Nuclear plant debate heats up
Legislation has bipartisan support; foes’ robo calls, advertisements begin
Monday, January 17, 2011
Sen. Mike Kehoe’s first piece of legislation is facing a barrage of television and radio ads, and robocalls, opposing the bill to help pave the way for a second nuclear plant in Missouri.
The freshman Republican seems unfazed: “I’ve met with those folks and certainly I want to keep an open discussion,” Kehoe said, adding he’s willing to consider changes suggested by the opponents.
Already, the bill and the plan for a second plant have gained some bipartisan support, including backing from Gov. Jay Nixon. “The sooner the process is started, the sooner our state will reap the rewards,” the governor said in November.
The proposed legislation is being pushed by a Missouri energy consortium that includes Ameren Missouri. Ameren spokesman Mike Cleary said the company believes that the current location of its Callaway nuclear plant is “a very desirable location for another plant.”
The Fair Energy Rate Action Fund (FERAF) has opposed the bill with robocalls and a 30-second television ad that has appeared across Ameren Missouri’s customer base. “Big energy is at it again in Jeff City,” the ad starts. “Their nuclear permit? The facts: You pay for it now, even though they may never build a plant.”
Kehoe’s bill, SB50, would let an electric company recover expenses for getting an early site permit from the federal government. Customers would see the cost reflected in their bills after the permit is given, but before the plant is built.
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Callaway Nuclear Generating Station
From Wikipedia, the free encyclopedia
|Commission date||December 19, 1984|
|Licence expiration||October 18, 2024|
|Power station information|
|Generation units||1 General Electric|
|Power generation information|
|Annual generation||9,372 GW·h|
|As of 2008-11-14|
Power OutputAccording to Ameren, Callaway produces about 19 percent of AmerenUE's power. In 2001, Callaway set a plant record for capacity utilization, producing 101.1 percent of its rated electrical output, ranking it among the world's top reactors, according to the Energy Information Administration. The plant produces 1,190 megawatts of net power, and has run continuously for over 500 days between refuelings. Callaway is one of 26 nuclear power plants in the United States to achieve a continuous run of over 500 days.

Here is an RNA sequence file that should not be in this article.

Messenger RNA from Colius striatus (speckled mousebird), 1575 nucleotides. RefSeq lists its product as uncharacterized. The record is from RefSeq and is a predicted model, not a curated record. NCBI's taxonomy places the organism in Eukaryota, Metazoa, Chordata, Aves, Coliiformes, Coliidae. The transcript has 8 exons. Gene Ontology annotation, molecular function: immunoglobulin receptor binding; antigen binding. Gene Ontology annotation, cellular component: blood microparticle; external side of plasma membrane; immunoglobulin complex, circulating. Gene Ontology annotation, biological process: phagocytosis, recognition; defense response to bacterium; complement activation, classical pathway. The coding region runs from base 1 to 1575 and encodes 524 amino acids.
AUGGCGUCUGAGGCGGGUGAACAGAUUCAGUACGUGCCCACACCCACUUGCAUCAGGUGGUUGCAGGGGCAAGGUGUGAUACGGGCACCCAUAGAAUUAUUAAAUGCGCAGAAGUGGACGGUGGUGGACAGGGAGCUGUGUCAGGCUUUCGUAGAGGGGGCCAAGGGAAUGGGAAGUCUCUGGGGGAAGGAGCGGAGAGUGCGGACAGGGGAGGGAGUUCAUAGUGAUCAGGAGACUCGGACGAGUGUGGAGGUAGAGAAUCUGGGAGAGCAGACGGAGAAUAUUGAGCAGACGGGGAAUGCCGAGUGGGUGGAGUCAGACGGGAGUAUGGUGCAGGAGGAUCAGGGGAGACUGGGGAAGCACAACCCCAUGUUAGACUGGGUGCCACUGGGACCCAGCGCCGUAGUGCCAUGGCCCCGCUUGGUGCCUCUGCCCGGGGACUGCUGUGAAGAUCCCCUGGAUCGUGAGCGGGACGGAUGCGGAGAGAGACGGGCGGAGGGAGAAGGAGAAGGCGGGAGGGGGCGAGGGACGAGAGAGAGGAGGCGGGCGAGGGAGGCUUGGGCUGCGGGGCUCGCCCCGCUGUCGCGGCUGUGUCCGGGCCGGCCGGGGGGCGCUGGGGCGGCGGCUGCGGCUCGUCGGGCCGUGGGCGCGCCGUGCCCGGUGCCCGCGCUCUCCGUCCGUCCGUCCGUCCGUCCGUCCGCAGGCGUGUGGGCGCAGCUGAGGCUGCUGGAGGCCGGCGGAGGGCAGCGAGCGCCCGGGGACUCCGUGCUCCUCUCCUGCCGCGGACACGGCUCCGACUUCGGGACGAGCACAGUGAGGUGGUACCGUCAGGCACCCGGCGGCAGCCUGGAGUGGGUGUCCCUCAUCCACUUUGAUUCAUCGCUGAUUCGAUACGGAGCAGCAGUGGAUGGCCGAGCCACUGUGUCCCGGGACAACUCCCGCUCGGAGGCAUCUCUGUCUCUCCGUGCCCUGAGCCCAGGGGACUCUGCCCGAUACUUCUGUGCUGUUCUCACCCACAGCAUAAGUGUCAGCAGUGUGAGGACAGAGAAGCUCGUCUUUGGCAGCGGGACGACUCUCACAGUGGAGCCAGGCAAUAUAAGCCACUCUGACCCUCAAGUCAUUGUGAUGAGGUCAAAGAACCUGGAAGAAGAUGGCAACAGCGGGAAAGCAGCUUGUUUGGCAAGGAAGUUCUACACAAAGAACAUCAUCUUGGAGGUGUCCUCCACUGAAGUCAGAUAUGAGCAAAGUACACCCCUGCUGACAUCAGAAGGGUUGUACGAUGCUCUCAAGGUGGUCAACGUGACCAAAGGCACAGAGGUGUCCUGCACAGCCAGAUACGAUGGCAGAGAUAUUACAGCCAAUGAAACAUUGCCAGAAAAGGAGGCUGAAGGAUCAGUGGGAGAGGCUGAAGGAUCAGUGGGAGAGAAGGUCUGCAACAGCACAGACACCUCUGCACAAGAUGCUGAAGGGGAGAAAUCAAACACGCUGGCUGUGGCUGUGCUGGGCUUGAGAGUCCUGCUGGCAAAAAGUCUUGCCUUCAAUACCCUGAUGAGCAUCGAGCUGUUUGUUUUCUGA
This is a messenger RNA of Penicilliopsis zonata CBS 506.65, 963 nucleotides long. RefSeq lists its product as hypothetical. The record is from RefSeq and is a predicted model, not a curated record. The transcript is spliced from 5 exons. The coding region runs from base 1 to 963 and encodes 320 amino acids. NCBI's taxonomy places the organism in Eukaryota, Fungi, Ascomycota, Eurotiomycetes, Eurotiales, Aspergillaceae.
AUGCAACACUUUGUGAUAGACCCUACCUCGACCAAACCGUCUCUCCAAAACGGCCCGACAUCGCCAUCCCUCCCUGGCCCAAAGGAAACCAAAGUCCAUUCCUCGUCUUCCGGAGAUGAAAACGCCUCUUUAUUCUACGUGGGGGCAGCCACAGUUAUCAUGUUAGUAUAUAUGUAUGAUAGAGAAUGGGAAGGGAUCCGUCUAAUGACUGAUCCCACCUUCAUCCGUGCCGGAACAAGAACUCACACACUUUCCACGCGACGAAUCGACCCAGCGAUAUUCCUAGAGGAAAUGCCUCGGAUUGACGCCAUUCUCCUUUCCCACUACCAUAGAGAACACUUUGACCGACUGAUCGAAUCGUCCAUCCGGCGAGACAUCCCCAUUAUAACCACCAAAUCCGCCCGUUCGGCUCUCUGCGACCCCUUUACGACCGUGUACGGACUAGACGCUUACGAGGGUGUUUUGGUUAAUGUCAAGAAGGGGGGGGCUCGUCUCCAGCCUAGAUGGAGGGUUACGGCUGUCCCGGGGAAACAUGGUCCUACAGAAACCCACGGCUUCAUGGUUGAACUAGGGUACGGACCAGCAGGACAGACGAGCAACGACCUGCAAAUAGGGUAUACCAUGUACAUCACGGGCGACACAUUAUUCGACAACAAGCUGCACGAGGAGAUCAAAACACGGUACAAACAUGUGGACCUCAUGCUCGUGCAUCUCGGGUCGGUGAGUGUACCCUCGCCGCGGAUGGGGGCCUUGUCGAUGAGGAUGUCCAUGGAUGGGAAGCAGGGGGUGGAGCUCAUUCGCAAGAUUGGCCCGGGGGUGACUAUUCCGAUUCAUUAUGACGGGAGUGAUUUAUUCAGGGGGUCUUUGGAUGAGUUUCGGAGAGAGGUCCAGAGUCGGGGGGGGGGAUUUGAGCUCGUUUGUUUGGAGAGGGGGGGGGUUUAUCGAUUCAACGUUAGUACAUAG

On November 19, 2005, its workers completed the replacement of all four steam generators in 63 days, 13 hours, setting a world record for a four-loop plant.
 Cooling TowerThe cooling tower at Callaway is 553 feet tall, 77 feet shorter than the St Louis Gateway Arch. It is 430 feet wide at the base, and is constructed from reinforced concrete. It cools approximately 585,000 gallons of water per minute when the plant is operating at full capacity, and about 15,000 gallons of water are lost out the top from evaporation. Another 5,000 gallons of water are sent to the Missouri River as "blowdown" to flush solids from the cooling tower basin. All water lost through evaporation or blowdown is replaced with water from the river, located five miles from the plant. The temperature of the water going into the cooling tower is 125° Fahrenheit, and the tower cools it to 95°.
 Unit 2On July 28, 2008, AmerenUE submitted an application to the U.S. Nuclear Regulatory Commission (NRC), seeking a Combined Construction and Operating License (COL) for a potential second unit. According to Thomas R. Voss, president and chief executive officer of AmerenUE, "Given projections for a nearly 30 percent increase in demand for power in Missouri in the next two decades, we believe we will need to build a large generating plant to be on line in the 2018–2020 timeframe." AmerenUE is considering building a 1,600-MW Areva Evolutionary Power Reactor (EPR).
In April 2009, AmerenUE canceled plans to build a second reactor at its mid-Missouri nuclear power plant. A key stumbling block was a law barring utilities from charging customers the costs of a new power plant before it starts producing electricity. The new nuclear plant would have cost at least $6 billion.
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